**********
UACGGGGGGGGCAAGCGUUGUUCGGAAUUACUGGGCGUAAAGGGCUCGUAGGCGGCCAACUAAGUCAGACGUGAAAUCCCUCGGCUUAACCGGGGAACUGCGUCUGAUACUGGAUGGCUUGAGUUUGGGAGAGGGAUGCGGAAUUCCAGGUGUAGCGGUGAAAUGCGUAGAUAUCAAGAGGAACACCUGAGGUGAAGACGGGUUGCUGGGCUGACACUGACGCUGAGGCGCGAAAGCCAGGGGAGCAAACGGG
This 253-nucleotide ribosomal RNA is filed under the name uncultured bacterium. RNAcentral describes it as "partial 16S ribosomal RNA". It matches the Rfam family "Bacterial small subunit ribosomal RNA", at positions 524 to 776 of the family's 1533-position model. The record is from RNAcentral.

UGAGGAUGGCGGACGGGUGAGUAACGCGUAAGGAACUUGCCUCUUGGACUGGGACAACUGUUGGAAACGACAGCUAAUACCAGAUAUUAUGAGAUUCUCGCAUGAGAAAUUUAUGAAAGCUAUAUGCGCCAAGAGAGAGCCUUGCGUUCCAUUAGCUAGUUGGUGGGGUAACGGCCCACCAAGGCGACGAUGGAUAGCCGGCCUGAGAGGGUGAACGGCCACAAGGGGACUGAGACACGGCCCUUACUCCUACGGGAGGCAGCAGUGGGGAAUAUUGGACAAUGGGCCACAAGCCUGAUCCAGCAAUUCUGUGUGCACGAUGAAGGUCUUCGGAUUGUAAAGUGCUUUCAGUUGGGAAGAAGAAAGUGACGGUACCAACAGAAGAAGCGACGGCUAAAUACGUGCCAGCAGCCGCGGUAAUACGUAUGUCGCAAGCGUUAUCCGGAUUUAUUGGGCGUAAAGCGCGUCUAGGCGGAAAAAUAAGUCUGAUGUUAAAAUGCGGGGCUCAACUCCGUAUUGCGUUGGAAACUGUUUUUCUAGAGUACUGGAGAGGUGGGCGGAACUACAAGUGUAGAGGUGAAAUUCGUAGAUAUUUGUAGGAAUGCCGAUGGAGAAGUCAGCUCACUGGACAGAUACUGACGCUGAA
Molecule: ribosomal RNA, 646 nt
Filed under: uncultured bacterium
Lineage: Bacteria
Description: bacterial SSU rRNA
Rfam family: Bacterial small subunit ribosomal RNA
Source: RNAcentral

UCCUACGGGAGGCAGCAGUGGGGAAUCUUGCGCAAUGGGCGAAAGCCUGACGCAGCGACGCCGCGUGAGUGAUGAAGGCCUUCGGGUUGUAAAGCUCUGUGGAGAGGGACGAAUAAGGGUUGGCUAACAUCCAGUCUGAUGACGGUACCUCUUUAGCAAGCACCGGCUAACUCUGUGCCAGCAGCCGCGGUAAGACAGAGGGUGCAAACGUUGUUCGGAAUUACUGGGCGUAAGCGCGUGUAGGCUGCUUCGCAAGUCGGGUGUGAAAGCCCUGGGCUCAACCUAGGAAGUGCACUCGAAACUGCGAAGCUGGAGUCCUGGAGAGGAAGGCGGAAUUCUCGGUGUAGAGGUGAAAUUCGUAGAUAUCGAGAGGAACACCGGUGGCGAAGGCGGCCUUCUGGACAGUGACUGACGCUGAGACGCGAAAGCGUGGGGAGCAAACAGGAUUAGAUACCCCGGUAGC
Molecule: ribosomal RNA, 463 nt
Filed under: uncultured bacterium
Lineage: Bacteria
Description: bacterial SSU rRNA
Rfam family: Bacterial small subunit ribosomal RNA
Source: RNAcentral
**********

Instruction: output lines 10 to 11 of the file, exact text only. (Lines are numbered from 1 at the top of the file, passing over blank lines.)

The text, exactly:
UCCUACGGGAGGCAGCAGUGGGGAAUCUUGCGCAAUGGGCGAAAGCCUGACGCAGCGACGCCGCGUGAGUGAUGAAGGCCUUCGGGUUGUAAAGCUCUGUGGAGAGGGACGAAUAAGGGUUGGCUAACAUCCAGUCUGAUGACGGUACCUCUUUAGCAAGCACCGGCUAACUCUGUGCCAGCAGCCGCGGUAAGACAGAGGGUGCAAACGUUGUUCGGAAUUACUGGGCGUAAGCGCGUGUAGGCUGCUUCGCAAGUCGGGUGUGAAAGCCCUGGGCUCAACCUAGGAAGUGCACUCGAAACUGCGAAGCUGGAGUCCUGGAGAGGAAGGCGGAAUUCUCGGUGUAGAGGUGAAAUUCGUAGAUAUCGAGAGGAACACCGGUGGCGAAGGCGGCCUUCUGGACAGUGACUGACGCUGAGACGCGAAAGCGUGGGGAGCAAACAGGAUUAGAUACCCCGGUAGC
Molecule: ribosomal RNA, 463 nt